The production of LPS complex – CD14 receptor- MD2 adaptor protein – TLR4 induces dimerization of TLR4 and initiates signaling cascade, which results in activation of phosphorylation kinases of NFkB (IkB) transcription factor inhibitor. This process induces a transcription of genes whose products take part in inflammatory response (e.g. cytokines TNF-α, IL-1, IL-6, IL-12). In the signaling cascade of antibacterial response apart from extracellular TLR part there are also such “participants” as cytoplasmic part referred to as the TIR domain (Toll-IL-1 receptor), adaptor protein MyD88 (myeloid differentiation factor 88), TIRAP (TIR-domain-containing adapter protein) and TRAM (TRIF-related adapter molecule), protein TRIF (Toll/IL-1-receptor domain-containing adapter inducing IFN), TRAF6 (TNF receptor-associated factor 6), kinases (IRAK1, IRAK4- IL-1 receptor-associated kinases, TAK – TGF-beta-activated kinases) and a kinase complex (IKK – inhibitory kB kinase complex) [10-12]. The proteins MyD88, TRAF6, TRIF or TRAM are key proteins of signaling pathways initiated by TRLs, which can be of signicant importance in treating sepsis [13, 14]. This process results in activation of NF-kB and cytokine promotor genes. The production of inflammatory cytokines begins already after 60 minutes from the activation of macrophages by TLR4-binding LPS. In the MyD88 – dependent transduction of signal from TLR4,2, TRAF6 protein plays a significant role, while in the MyD88 pathway – independent, the main participants are TRAM and TRIF proteins (Fig. 1). A deficiency of TRAM protein decreases the inflammatory response (cytokine production), whereas a deficiency of TRL4 or MyD88 protein delays bacterial phagocytosis. Attempts to block the signaling cascade in patients with severe infections attract the interest of many scientists. Especially interesting can be the use of negative regulation of signaling pathways associated with TLRs (e.g. RP 105/CD180 protein- TRL homolog, SIGIRR – single immunoglobulin IL-1-receptor-related protein, ST2L – signaling TIR family ligand, TOLLIP – Toll-interacting protein or Smad6), whose mechanism consists in suppressing the location of bond between the ligand (LPS) and the receptor, proteolysis of TLR, blocking intracellular receptors binding antibacterial antigens and blocking the activity of kinases (suppression of phosphorylation process) and suppressing the activation of NF-kB factor [15-20]. Numerous experimental studies indicate the possibility of conducting signals from TLRs to the inside of cells after connecting with LPS, which may prevent the activation of NF-kB. Mice deprived of signaling pathway proteins associated with TLR4 (TIRAP, MyD88, TRIF) do not respond to LPS and are resistant to septic shock [21-24]. On the other hand, mice deprived of TLR2 and adaptor protein MyD88 are more susceptible to Staphylococcus aureus infections [25]. It indicates a protective action of some TLRs and adaptor proteins. In mice deprived of MyD88 protein, the systemic inflammatory response to LPS was significantly reduced but still present, which suggested a cooperation of other routes of signal conduction in antibacterial response [26]. This fact partly explains that the effects of treatment are insufficient because of blocking the routes of signal conduction. For example, when there is a deficiency in MyD88 protein and there is no previous activation of NF-kB associated with stimulation of TRL4 by LPS, other adaptor protein called TRIF takes over its function regulating the genes of monocyte inflammatory response and increasing the production of particular chemokines [27, 28]. It was found that the TRIF molecule, whose blockage could have reduced the production of cytokines in septic patients, could activate NF-kB through the pathway associated with TRAF6 protein, whereas the trace amounts of TNF despite the lack of MyD88 protein can lead to late NF-kB activation [29]. Research on the MyD88 protein-independent pathway of antibacterial immune response in regulating the tolerance to endotoxins arise a lot of interest, because stimulating the signal conduction route can be one of the mechanisms to protect patients against the development of systemic inflammatory response syndrome (SIRS). More detailed knowledge of MyD88-independent pathway could be helpful in the therapy modulating the activity of particular signaling proteins to increase the tolerance to LPS. It is well known that the locally produced pro-inflammatory cytokines (as a response to trauma and infections) by neutrophils and macrophages play a significant role in developing SIRS. A significant increase of cytokine concentration in peripheral blood was observed in septic patients. It was found that blocking the activity of cytokines and adhesive molecules reduced the susceptibility of animals to severe infections caused by LPS [30-32]. The priming effect of LPS on peptidoglycan induced a lung injury, whereas death in mice is preceded by NF-kB-mediated up-regulation of TLR-2 [33]. In vivo the transfection of NF-kB oligonucleotides strongly prevented the up-regulation of TLR-2 after LPS stimulation at pulmonary cellular and tissue levels.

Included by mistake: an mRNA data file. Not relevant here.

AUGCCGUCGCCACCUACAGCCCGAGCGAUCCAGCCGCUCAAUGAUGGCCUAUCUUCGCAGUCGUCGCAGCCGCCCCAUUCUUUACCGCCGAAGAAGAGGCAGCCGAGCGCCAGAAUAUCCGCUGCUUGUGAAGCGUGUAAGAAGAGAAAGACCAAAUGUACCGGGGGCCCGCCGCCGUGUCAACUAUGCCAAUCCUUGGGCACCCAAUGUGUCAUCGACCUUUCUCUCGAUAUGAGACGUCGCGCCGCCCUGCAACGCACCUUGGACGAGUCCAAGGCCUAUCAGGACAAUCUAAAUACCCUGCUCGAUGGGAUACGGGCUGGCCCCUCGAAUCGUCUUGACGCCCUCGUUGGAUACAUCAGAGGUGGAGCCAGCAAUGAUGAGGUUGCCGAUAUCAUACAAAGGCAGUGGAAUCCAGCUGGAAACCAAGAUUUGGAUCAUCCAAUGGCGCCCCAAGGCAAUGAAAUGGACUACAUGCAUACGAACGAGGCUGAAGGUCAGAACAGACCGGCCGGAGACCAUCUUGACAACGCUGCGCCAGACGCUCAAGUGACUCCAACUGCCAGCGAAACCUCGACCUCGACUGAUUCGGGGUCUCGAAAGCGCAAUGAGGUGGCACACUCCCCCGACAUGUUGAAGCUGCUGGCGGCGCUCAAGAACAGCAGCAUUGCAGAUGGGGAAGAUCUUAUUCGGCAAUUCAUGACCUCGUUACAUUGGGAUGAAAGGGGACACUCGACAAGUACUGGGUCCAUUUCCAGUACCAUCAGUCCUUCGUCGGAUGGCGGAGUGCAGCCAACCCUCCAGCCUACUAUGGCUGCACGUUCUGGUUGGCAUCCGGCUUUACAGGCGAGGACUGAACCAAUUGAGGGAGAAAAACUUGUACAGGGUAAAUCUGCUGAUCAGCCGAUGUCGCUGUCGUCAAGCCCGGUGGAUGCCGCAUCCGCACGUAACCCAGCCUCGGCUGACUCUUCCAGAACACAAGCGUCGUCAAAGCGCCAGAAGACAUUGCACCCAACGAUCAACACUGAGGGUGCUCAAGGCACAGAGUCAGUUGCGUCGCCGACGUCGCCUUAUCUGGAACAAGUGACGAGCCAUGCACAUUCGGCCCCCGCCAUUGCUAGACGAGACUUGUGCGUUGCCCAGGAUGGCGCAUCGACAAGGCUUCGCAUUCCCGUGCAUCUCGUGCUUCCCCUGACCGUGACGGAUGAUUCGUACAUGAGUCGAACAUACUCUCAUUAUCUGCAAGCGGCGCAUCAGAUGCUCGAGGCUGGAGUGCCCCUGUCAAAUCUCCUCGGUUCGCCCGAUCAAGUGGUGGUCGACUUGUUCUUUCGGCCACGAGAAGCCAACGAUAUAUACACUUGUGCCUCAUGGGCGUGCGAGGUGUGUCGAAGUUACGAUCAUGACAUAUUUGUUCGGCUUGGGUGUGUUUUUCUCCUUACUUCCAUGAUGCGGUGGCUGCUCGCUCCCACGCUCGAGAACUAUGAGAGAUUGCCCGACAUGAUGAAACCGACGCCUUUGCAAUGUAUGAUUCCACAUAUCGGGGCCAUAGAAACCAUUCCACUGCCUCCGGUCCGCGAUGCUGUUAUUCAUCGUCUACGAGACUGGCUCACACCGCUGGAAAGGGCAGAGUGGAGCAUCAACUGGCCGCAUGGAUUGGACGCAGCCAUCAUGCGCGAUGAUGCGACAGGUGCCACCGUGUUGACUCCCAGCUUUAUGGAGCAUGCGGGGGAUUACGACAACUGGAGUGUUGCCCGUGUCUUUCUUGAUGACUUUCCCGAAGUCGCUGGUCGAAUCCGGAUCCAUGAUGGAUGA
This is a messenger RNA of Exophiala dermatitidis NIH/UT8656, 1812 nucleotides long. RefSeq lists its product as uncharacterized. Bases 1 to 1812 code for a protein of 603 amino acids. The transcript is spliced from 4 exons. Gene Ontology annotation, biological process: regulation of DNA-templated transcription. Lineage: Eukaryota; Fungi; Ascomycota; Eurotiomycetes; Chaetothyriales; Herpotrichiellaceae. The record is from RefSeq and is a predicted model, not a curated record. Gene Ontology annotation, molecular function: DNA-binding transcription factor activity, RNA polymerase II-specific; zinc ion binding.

Apart from TLRs, a significant role in recognizing the pathogen-related molecular patterns and the regulation of innate antibacterial response play also other proteins belonging to PAMP receptors, including peptoglycan recognition proteins (PGRPs), cytosolic NOD (nucleotide-binding oligomerization domain) proteins and TREM1 receptor (triggering receptor expressed on myeloid cells-1) [34]. They possess the ability to (e.g. NLRs-node-like receptors: NOD1, NOD2) connect with LPS and bacterial peptidoglycan and transferring signal independently of TLRs, which also result in NF-kB activation and stimulates the expression of cytokine coding genes (for NOD1:TNF-α and IL-6, and for NOD2:TNF-α and IL-1b) and adhesive particles [35]. The NOD1 recognizes the compounds of Gram-negative bacteria (meso-diaminopimelic acid with peptidoglycan) and some Gram-positive [36], whereas the ligand for the NOD2 is muramylodipeptide (MDP) coming from the wall of Gram-positive and Gram-negative bacteria [37, 38]. The transduction of signal by NOD receptors does not require any participation of MyD88 protein. The highly conservative NOD2 receptors that mainly respond to peptidoglycan have the ability to regulate (suppress) the signals coming through TLR2. Any mutations in NOD2 located in monocytes, but also in intestinal mucosa correlate with the occurrence of Crohn’s disease [39]. TREM1 is a glycoprotein and occurs mainly in monocytes and macrophages. In infections caused by Gram-positive and Gram-negative bacteria its expression grows significantly at the same time intensifying the inflammatory response. The blockade of TREM1 prevents shock and sepsis [40]. Scientists try to use the changes in the protein plasma concentration in diagnosing sepsis [41].